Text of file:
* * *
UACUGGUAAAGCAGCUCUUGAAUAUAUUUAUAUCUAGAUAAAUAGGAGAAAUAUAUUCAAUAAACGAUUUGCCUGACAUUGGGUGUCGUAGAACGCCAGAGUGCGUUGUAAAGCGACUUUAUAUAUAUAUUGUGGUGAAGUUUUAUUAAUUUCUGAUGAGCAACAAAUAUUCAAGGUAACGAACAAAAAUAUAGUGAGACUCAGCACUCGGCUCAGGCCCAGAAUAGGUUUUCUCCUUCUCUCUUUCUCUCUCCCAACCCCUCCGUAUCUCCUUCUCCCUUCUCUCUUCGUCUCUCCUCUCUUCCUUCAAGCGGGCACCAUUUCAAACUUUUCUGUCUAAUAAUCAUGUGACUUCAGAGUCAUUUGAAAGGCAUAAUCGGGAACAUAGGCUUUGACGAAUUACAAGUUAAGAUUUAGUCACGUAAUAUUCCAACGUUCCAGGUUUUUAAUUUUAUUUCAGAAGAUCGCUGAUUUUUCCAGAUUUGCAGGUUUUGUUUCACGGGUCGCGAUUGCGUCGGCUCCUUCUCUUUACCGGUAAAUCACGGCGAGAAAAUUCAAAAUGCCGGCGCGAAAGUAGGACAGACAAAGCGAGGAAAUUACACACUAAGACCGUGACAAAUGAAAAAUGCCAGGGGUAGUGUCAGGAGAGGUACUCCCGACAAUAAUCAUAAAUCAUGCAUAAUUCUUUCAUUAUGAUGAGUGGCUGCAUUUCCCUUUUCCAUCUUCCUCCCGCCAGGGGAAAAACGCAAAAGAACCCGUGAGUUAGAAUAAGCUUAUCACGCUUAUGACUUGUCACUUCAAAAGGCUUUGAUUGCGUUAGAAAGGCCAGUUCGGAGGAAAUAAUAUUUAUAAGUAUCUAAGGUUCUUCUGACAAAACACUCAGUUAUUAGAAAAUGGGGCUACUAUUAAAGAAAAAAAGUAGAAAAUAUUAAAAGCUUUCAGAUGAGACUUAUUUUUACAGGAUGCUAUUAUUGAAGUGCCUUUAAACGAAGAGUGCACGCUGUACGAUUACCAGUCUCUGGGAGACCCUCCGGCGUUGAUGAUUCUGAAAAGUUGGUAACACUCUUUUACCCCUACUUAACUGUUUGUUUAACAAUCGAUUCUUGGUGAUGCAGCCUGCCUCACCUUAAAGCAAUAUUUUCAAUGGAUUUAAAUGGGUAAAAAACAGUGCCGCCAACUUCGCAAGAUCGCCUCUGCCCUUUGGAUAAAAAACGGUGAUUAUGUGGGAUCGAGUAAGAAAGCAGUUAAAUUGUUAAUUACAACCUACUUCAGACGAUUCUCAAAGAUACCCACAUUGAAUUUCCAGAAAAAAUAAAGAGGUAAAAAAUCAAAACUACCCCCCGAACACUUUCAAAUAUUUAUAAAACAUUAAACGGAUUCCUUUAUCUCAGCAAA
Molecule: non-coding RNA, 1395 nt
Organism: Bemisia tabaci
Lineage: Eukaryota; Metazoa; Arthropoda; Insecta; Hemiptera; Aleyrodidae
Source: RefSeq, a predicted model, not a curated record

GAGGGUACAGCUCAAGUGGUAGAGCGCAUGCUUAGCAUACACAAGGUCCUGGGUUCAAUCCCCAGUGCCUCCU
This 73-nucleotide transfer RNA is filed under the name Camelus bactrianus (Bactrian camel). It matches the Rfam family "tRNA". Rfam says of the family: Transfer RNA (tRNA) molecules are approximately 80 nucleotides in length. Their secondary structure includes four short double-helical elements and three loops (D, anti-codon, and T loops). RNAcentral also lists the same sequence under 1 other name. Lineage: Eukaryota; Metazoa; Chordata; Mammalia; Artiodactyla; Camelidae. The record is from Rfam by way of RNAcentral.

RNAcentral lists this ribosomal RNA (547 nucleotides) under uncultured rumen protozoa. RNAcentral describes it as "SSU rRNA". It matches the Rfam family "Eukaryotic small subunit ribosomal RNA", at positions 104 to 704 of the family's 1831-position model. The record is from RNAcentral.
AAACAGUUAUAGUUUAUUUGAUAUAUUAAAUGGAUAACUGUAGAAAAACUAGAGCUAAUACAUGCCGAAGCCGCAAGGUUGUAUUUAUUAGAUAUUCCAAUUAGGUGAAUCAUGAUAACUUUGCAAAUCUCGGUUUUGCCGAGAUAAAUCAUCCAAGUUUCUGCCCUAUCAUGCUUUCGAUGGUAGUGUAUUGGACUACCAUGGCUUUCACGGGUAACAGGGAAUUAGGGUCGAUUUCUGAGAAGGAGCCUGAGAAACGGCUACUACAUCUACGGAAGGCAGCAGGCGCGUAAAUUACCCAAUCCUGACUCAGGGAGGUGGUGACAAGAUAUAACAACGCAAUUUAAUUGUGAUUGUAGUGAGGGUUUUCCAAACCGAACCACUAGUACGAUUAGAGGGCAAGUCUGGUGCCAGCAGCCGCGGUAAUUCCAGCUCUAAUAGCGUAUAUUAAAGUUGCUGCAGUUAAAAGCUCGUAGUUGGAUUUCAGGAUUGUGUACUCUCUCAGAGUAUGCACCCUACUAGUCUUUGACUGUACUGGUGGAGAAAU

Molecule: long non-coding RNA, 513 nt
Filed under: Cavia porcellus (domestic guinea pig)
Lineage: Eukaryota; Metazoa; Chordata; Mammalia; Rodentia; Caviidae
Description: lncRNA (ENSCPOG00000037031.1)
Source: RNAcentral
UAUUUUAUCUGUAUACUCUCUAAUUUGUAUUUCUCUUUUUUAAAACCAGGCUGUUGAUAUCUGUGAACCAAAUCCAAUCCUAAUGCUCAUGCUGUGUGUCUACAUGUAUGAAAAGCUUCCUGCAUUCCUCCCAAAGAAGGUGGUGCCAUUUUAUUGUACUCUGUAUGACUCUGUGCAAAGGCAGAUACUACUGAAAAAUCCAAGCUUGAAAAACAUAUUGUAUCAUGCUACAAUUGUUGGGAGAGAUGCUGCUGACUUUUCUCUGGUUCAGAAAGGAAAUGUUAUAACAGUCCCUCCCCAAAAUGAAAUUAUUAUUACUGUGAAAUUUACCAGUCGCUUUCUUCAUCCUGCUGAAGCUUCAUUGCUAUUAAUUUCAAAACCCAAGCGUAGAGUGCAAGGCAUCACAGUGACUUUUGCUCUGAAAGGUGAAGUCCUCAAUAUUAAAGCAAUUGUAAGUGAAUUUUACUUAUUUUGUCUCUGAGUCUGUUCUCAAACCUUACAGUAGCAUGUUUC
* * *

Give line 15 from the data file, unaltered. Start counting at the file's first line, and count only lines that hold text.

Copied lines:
UAUUUUAUCUGUAUACUCUCUAAUUUGUAUUUCUCUUUUUUAAAACCAGGCUGUUGAUAUCUGUGAACCAAAUCCAAUCCUAAUGCUCAUGCUGUGUGUCUACAUGUAUGAAAAGCUUCCUGCAUUCCUCCCAAAGAAGGUGGUGCCAUUUUAUUGUACUCUGUAUGACUCUGUGCAAAGGCAGAUACUACUGAAAAAUCCAAGCUUGAAAAACAUAUUGUAUCAUGCUACAAUUGUUGGGAGAGAUGCUGCUGACUUUUCUCUGGUUCAGAAAGGAAAUGUUAUAACAGUCCCUCCCCAAAAUGAAAUUAUUAUUACUGUGAAAUUUACCAGUCGCUUUCUUCAUCCUGCUGAAGCUUCAUUGCUAUUAAUUUCAAAACCCAAGCGUAGAGUGCAAGGCAUCACAGUGACUUUUGCUCUGAAAGGUGAAGUCCUCAAUAUUAAAGCAAUUGUAAGUGAAUUUUACUUAUUUUGUCUCUGAGUCUGUUCUCAAACCUUACAGUAGCAUGUUUC